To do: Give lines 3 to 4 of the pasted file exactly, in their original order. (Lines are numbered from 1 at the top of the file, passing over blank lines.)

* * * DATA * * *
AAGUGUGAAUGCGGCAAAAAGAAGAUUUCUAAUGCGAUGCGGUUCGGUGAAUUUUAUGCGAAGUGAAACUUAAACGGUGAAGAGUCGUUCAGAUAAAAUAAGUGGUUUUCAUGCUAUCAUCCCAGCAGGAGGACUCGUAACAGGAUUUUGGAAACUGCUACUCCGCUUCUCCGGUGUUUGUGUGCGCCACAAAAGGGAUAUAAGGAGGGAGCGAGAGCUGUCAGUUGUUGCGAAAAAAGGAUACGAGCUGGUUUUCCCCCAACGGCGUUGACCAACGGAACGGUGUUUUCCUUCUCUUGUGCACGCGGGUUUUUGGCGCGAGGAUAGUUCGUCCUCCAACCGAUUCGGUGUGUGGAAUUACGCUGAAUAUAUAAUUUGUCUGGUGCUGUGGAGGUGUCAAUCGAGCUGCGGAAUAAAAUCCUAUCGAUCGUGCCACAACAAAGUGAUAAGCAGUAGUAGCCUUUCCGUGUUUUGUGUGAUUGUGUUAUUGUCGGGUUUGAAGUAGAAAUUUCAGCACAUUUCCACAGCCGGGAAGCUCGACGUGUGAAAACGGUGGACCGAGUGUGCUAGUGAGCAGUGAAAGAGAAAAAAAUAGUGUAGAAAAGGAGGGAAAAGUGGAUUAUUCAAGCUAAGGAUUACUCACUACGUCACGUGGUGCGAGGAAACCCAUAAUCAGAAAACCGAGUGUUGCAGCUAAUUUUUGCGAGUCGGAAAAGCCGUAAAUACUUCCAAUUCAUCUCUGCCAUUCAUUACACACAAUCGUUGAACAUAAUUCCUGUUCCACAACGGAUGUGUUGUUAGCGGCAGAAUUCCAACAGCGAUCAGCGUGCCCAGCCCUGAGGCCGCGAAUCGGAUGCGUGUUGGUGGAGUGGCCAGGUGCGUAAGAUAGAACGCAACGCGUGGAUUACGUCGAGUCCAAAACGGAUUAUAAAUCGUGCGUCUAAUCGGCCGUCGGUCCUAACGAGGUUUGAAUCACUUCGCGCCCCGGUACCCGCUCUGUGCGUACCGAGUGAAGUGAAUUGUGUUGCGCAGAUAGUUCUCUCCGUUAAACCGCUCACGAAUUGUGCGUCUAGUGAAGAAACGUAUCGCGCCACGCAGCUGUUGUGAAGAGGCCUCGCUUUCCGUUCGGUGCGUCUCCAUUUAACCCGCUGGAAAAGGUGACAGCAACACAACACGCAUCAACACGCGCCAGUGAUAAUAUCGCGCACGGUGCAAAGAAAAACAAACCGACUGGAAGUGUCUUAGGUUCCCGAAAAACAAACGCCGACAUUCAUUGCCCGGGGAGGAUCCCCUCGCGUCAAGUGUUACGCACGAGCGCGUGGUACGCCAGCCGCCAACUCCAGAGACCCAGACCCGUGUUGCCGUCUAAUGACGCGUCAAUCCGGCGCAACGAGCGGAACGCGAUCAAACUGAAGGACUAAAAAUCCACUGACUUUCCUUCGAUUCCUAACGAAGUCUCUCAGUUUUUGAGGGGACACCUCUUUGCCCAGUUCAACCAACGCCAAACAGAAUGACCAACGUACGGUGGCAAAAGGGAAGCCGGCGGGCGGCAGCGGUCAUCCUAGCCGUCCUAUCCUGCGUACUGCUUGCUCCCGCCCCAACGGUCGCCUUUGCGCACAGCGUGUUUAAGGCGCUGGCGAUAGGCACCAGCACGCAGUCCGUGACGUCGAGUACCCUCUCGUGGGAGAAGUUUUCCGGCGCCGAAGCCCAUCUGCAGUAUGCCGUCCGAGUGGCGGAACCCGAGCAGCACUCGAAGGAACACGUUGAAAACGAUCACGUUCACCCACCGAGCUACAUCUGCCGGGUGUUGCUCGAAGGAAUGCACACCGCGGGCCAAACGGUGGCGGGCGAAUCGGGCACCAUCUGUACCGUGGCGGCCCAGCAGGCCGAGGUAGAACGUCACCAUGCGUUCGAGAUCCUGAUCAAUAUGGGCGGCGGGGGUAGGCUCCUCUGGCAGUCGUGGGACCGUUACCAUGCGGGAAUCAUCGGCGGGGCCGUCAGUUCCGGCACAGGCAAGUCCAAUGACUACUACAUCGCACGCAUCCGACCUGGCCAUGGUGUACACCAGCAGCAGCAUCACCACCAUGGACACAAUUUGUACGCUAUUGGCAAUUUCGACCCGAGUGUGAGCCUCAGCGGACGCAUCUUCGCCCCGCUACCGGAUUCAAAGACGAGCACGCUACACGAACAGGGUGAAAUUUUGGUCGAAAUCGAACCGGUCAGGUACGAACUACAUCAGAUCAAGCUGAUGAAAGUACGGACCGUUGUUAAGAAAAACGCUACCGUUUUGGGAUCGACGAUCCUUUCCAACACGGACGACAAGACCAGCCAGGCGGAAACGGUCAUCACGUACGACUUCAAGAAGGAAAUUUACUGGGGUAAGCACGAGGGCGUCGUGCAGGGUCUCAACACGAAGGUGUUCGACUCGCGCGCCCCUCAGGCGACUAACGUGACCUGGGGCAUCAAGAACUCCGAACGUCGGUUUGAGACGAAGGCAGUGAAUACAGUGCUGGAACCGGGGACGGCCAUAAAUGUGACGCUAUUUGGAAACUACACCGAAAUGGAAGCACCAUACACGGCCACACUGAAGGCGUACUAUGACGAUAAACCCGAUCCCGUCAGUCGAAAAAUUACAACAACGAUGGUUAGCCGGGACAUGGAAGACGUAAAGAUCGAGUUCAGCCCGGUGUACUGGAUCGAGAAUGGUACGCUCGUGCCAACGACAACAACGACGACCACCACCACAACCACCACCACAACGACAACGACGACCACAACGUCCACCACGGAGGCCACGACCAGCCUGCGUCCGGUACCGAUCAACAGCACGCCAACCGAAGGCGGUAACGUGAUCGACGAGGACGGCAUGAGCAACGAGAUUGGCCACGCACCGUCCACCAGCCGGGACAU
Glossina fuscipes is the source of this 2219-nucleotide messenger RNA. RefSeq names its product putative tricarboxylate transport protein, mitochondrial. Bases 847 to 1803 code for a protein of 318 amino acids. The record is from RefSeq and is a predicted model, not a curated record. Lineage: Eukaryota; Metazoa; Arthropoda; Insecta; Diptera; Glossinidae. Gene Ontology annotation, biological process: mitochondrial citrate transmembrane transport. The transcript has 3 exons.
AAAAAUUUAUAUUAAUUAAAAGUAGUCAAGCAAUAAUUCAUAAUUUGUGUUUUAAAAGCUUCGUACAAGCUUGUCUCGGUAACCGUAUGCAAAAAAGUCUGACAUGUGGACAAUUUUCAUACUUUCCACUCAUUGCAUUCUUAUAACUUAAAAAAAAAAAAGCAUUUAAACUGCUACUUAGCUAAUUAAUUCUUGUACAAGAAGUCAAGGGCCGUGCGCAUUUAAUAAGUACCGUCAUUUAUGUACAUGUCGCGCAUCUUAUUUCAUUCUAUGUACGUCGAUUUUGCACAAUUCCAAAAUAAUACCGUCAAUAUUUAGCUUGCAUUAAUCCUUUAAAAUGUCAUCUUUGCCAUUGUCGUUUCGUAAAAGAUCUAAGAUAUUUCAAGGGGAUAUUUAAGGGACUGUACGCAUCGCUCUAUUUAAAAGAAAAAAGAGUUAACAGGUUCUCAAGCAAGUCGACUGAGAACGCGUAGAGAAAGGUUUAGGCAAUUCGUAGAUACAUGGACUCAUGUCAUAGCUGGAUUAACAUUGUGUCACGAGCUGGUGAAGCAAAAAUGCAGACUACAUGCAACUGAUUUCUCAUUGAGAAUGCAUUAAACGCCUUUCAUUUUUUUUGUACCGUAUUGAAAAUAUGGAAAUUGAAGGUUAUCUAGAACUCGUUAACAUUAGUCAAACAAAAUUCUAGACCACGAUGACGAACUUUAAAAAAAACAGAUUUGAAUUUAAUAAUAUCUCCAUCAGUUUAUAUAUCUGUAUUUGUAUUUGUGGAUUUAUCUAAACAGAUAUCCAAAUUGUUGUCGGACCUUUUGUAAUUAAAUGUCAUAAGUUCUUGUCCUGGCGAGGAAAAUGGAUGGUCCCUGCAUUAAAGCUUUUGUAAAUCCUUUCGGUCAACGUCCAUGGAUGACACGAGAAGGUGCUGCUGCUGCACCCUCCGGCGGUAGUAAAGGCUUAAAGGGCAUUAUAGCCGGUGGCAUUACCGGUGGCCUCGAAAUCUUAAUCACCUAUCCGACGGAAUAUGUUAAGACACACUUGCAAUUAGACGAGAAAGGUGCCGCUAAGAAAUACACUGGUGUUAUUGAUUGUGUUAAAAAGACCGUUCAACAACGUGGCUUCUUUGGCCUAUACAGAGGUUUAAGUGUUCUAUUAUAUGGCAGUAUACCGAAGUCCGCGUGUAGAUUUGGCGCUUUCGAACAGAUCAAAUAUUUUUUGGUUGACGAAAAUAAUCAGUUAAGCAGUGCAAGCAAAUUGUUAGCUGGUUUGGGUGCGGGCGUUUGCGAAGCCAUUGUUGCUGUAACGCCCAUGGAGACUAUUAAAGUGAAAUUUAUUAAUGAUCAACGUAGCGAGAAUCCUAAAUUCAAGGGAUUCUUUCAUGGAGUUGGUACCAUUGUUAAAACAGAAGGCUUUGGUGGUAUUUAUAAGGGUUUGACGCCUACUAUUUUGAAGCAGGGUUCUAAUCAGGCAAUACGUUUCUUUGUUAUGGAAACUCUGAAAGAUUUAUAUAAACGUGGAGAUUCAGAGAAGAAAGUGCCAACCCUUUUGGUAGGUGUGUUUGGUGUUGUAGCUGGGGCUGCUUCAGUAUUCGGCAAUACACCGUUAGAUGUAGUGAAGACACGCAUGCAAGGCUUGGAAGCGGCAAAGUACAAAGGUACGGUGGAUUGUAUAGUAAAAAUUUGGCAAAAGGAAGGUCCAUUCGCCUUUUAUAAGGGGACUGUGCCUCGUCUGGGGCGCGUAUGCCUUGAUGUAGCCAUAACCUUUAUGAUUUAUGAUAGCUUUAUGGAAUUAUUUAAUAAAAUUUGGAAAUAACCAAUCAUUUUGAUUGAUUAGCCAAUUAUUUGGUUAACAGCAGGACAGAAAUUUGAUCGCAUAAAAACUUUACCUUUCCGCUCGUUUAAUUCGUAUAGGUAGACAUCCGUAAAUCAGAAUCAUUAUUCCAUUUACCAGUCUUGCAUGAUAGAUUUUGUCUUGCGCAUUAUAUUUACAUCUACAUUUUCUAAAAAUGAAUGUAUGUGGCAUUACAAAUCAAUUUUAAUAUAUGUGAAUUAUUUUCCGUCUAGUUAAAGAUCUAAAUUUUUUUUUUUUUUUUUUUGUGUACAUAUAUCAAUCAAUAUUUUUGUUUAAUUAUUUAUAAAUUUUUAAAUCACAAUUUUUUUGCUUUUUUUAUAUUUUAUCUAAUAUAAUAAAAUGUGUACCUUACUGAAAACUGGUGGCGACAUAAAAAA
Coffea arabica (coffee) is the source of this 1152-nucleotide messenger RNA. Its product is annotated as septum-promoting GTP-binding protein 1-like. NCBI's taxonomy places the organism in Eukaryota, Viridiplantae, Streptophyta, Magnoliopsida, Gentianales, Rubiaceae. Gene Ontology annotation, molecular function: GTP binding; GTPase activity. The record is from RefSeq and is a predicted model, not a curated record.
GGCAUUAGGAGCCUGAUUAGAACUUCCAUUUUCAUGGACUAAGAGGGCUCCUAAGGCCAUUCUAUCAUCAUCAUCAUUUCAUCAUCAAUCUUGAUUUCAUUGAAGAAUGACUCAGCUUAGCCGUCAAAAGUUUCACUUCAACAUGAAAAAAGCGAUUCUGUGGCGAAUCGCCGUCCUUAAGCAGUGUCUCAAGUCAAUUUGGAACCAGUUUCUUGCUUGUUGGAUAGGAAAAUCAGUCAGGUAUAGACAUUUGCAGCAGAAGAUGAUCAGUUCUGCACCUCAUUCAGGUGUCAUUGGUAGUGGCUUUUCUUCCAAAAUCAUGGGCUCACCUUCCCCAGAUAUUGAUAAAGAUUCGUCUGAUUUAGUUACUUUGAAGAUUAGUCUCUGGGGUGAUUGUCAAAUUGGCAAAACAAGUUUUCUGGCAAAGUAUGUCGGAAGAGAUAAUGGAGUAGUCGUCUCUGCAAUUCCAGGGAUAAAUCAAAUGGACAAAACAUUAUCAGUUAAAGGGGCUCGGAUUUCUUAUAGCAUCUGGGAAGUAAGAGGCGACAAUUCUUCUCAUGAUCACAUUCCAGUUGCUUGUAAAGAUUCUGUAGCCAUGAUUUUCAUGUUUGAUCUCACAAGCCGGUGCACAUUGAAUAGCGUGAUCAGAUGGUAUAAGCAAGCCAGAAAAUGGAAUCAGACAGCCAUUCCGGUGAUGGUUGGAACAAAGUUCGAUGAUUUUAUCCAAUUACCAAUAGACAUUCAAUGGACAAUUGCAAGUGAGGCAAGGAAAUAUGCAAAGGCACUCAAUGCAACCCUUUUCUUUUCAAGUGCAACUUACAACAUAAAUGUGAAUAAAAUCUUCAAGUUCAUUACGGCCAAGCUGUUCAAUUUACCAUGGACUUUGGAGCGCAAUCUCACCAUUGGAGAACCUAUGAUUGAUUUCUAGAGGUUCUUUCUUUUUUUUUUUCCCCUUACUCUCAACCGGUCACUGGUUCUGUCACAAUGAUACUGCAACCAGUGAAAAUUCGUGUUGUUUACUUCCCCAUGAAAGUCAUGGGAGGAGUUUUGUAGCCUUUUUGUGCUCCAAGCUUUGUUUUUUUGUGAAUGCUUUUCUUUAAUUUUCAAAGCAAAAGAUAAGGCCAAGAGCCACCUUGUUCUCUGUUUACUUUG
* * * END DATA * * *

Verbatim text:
AAAAAUUUAUAUUAAUUAAAAGUAGUCAAGCAAUAAUUCAUAAUUUGUGUUUUAAAAGCUUCGUACAAGCUUGUCUCGGUAACCGUAUGCAAAAAAGUCUGACAUGUGGACAAUUUUCAUACUUUCCACUCAUUGCAUUCUUAUAACUUAAAAAAAAAAAAGCAUUUAAACUGCUACUUAGCUAAUUAAUUCUUGUACAAGAAGUCAAGGGCCGUGCGCAUUUAAUAAGUACCGUCAUUUAUGUACAUGUCGCGCAUCUUAUUUCAUUCUAUGUACGUCGAUUUUGCACAAUUCCAAAAUAAUACCGUCAAUAUUUAGCUUGCAUUAAUCCUUUAAAAUGUCAUCUUUGCCAUUGUCGUUUCGUAAAAGAUCUAAGAUAUUUCAAGGGGAUAUUUAAGGGACUGUACGCAUCGCUCUAUUUAAAAGAAAAAAGAGUUAACAGGUUCUCAAGCAAGUCGACUGAGAACGCGUAGAGAAAGGUUUAGGCAAUUCGUAGAUACAUGGACUCAUGUCAUAGCUGGAUUAACAUUGUGUCACGAGCUGGUGAAGCAAAAAUGCAGACUACAUGCAACUGAUUUCUCAUUGAGAAUGCAUUAAACGCCUUUCAUUUUUUUUGUACCGUAUUGAAAAUAUGGAAAUUGAAGGUUAUCUAGAACUCGUUAACAUUAGUCAAACAAAAUUCUAGACCACGAUGACGAACUUUAAAAAAAACAGAUUUGAAUUUAAUAAUAUCUCCAUCAGUUUAUAUAUCUGUAUUUGUAUUUGUGGAUUUAUCUAAACAGAUAUCCAAAUUGUUGUCGGACCUUUUGUAAUUAAAUGUCAUAAGUUCUUGUCCUGGCGAGGAAAAUGGAUGGUCCCUGCAUUAAAGCUUUUGUAAAUCCUUUCGGUCAACGUCCAUGGAUGACACGAGAAGGUGCUGCUGCUGCACCCUCCGGCGGUAGUAAAGGCUUAAAGGGCAUUAUAGCCGGUGGCAUUACCGGUGGCCUCGAAAUCUUAAUCACCUAUCCGACGGAAUAUGUUAAGACACACUUGCAAUUAGACGAGAAAGGUGCCGCUAAGAAAUACACUGGUGUUAUUGAUUGUGUUAAAAAGACCGUUCAACAACGUGGCUUCUUUGGCCUAUACAGAGGUUUAAGUGUUCUAUUAUAUGGCAGUAUACCGAAGUCCGCGUGUAGAUUUGGCGCUUUCGAACAGAUCAAAUAUUUUUUGGUUGACGAAAAUAAUCAGUUAAGCAGUGCAAGCAAAUUGUUAGCUGGUUUGGGUGCGGGCGUUUGCGAAGCCAUUGUUGCUGUAACGCCCAUGGAGACUAUUAAAGUGAAAUUUAUUAAUGAUCAACGUAGCGAGAAUCCUAAAUUCAAGGGAUUCUUUCAUGGAGUUGGUACCAUUGUUAAAACAGAAGGCUUUGGUGGUAUUUAUAAGGGUUUGACGCCUACUAUUUUGAAGCAGGGUUCUAAUCAGGCAAUACGUUUCUUUGUUAUGGAAACUCUGAAAGAUUUAUAUAAACGUGGAGAUUCAGAGAAGAAAGUGCCAACCCUUUUGGUAGGUGUGUUUGGUGUUGUAGCUGGGGCUGCUUCAGUAUUCGGCAAUACACCGUUAGAUGUAGUGAAGACACGCAUGCAAGGCUUGGAAGCGGCAAAGUACAAAGGUACGGUGGAUUGUAUAGUAAAAAUUUGGCAAAAGGAAGGUCCAUUCGCCUUUUAUAAGGGGACUGUGCCUCGUCUGGGGCGCGUAUGCCUUGAUGUAGCCAUAACCUUUAUGAUUUAUGAUAGCUUUAUGGAAUUAUUUAAUAAAAUUUGGAAAUAACCAAUCAUUUUGAUUGAUUAGCCAAUUAUUUGGUUAACAGCAGGACAGAAAUUUGAUCGCAUAAAAACUUUACCUUUCCGCUCGUUUAAUUCGUAUAGGUAGACAUCCGUAAAUCAGAAUCAUUAUUCCAUUUACCAGUCUUGCAUGAUAGAUUUUGUCUUGCGCAUUAUAUUUACAUCUACAUUUUCUAAAAAUGAAUGUAUGUGGCAUUACAAAUCAAUUUUAAUAUAUGUGAAUUAUUUUCCGUCUAGUUAAAGAUCUAAAUUUUUUUUUUUUUUUUUUUGUGUACAUAUAUCAAUCAAUAUUUUUGUUUAAUUAUUUAUAAAUUUUUAAAUCACAAUUUUUUUGCUUUUUUUAUAUUUUAUCUAAUAUAAUAAAAUGUGUACCUUACUGAAAACUGGUGGCGACAUAAAAAA
Coffea arabica (coffee) is the source of this 1152-nucleotide messenger RNA. Its product is annotated as septum-promoting GTP-binding protein 1-like. NCBI's taxonomy places the organism in Eukaryota, Viridiplantae, Streptophyta, Magnoliopsida, Gentianales, Rubiaceae. Gene Ontology annotation, molecular function: GTP binding; GTPase activity. The record is from RefSeq and is a predicted model, not a curated record.